The AI company Hour One is already creating synthetic characters based on real life people. Questions abound: will people be informed when they are dealing with a bot, and what will they try to sell us, or take from us? 

Hannah Taylor, Partner and Co-Chair of the Blockchain and Advertising Groups at Frankfurt, Kurnit, Klein & Selz informed me that California has instituted a bot law the effects of which are already visible. “You see this a lot in the chatbot context, like in an airline portal, where they usually say something like, ‘Hi, I’m Hannah, a digital assistant here to help you.’ It’s required by law in certain contexts to disclose that you are not human.” But what if you don’t disclose that you’re a bot? Are we going to have Blade Runners patrolling the metaverse in trench coats?

Van Rijmenam brought up another example: Say there’s a comedy show in the metaverse, and the comedian is wearing a Hugo Boss jacket. If the comedian earns affiliate money to wear (and drive potential buyers to) that jacket, then when an avatar clicks on it, a link would appear to purchase it. CGI influencers in the metaverse actually aren’t new: Lil Miquela, Shudu and Imma have already made deals with Calvin Klein, Valentino and Dior. 

“People may think,” Taylor said, “‘we’ll create virtual influencers and because they’re not human, we’ll be able to get away with new stuff.’ And the law says, ‘no.’ CGI influencers raise the same issues. It’s just that the law is a tortoise and tech is a hare, and we as lawyers are left to apply the law of other contexts to this new universe.”

How will synthetic people disclose their intentions? Sychov thinks they’ll announce themselves in the beginning of their dialogue but believes that any company taking themselves seriously will have real humans greeting visitors. Historian Ed Timke wonders if bots or influencers should have halos or money signs, the Web3 equivalents of a #sponsoredpost.

image caption

The Law is a Tortoise and Tech is a Hare

In 1968, Vermont banned billboards to preserve the state’s natural beauty; today, drive into New Hampshire and you’ll experience the difference. As the quilt of the metaverse sews itself together, regulation and borders could prove difficult to manage. 

“A lot depends on whether we have a closed metaverse or one ruled by Mr. Zuckerberg,” Van Rijmenam observed. “Because he will certainly use all the data collection–which will be ten to a hundred times more than the current Web–to send you really annoying advertising that will float in front of your eyes, or if you are driving into a virtual city and you look at a distant billboard and your VR eye sensors recognize that you look two seconds longer than normal people, then all of a sudden it pops up and blows up into your face. And that’s all possible, because with eye tracking, we can know where you look.”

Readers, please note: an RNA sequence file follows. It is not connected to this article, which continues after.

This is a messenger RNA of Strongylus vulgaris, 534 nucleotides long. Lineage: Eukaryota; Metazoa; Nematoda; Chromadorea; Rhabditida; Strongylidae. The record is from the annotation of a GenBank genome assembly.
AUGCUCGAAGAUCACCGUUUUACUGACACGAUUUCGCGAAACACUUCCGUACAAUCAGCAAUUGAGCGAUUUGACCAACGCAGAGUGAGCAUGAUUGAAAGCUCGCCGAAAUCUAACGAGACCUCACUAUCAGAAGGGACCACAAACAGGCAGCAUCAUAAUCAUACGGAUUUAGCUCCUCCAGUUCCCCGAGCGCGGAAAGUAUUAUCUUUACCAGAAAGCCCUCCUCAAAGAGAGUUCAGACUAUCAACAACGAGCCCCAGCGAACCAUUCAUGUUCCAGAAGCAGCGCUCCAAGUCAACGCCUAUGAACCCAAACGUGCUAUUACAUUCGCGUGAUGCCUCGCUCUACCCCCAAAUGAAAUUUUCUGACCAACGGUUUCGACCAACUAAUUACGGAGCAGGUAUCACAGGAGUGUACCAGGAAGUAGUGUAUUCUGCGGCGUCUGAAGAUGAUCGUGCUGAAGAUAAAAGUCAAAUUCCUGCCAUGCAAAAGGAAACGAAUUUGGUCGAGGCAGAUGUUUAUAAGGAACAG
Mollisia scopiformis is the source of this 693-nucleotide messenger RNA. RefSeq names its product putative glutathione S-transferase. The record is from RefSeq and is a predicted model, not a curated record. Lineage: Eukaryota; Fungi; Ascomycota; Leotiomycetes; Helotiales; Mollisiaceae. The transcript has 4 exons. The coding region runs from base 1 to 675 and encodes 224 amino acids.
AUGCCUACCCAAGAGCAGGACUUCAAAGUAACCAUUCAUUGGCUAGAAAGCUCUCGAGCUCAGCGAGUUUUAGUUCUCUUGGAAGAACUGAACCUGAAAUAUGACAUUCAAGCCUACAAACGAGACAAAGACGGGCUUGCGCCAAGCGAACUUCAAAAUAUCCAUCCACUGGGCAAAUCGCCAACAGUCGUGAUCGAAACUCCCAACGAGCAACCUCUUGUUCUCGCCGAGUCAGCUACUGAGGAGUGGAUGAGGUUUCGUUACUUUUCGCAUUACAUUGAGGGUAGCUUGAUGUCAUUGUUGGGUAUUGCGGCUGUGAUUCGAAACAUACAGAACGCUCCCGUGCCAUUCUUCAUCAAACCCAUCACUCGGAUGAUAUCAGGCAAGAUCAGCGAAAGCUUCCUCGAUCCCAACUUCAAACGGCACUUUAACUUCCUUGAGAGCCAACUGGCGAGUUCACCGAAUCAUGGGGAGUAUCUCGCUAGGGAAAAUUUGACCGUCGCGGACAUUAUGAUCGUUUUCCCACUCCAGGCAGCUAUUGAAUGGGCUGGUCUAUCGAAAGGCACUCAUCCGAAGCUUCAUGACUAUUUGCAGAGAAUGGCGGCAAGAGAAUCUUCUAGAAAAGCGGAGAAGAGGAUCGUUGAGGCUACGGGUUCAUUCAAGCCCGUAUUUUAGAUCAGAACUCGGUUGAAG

Instagram already employs a version of this technology, delivering you images similar to other images that you’ve lingered on – even if that content is unwanted or upsetting.

Rijmenam noted, “It’s also possible to notice a user’s eyes as they slightly dilate, or whether someone blinks a second more or faster, and all of these things that say something about you and about your personality, about as a person who you are, what your preferences are.” To his point, Financial Times recently identified dozens of Meta patents seeking to harvest biometric data, one of which uses facial expressions to determine what content the user will see. With Meta’s Oculus 3 due out soon, and a raft of new VR headsets expected out this year, we must consider the terms of service.

In Web3, could the same openness we had at the advent of the Internet enable a new kind of monopolistic power? “It’s almost like we’re going back to the late 1950s where we have a pocket of people worried they’re being manipulated,”  Timke said, referring to the psychological tactics used by advertisers, as well as Cold War propaganda. “Are we being manipulated [now] by a handful of people in Silicon valley doing A/B testing on these ads and social media?” 

“If we don’t pay attention as a society, then the Zuckerbergs of the world will control our digital lives,”  Van Rijmenam said. 

Imaged used with permission from Admix

From Netiquette to Metaquette

Back to that Coca-Cola. If Don Draper’s “Hilltop” moment in “Mad Men” was a response to the hippie-fied 1960s–that the Baby Boomer counterculture was ready for a tall glass of  Coke-fueled capitalism–is Web3 primed for a Kool Aid man-through-a-brick wall-kind of awakening?

It’s too soon to say whether we’ll have more Times Squares or ad-blocked public squares, an Imagination Age or an i-Commerce one, or where our eyeballs will go. Taylor said, “I can totally see a future where these places are overrun, but they also have to make sure that people want to go there. As a consumer, I think you’re unlikely to want to interact in a world where you’re flooded with crappy content.”

Or… are we overthinking this? Sometimes advertisements are delightful and inspiring–what about the Super Bowl or the Apple Think Different commercials or Nike’s Colin Kaepernick spot? Surely, the metaverse will have its shocks of brilliance too. Sychov is thrilled by the possibilities of full immersion; he laid out a scenario for me: “You would come into the CocaCola world and you would drink that drink. It would make some cool effect and if you experienced this in VR, you would never forget it.”

And it’s easy to imagine. Because avatars and cryptocars, and dipping into a digital cafe with a friend to wait out the virtual rainstorm seems fun. Oh, and here’s the bot waiter selling us on Zero Sugar Byte: “Its bright upfront is reminiscent of powering up a game, inviting you to explore what pixels might taste like…” 

Do we wonder if he’s real, paid or cloned? Or does “tasting pixels” have more pull? Will we really just want to drink the Coke?


Stacy Suaya

Stacy Suaya writes about art, design and travel, and her work has been published in New York Times Styles, T Magazine, Los Angeles Times and more. Follow her on Instagram or Twitter @stacysuaya.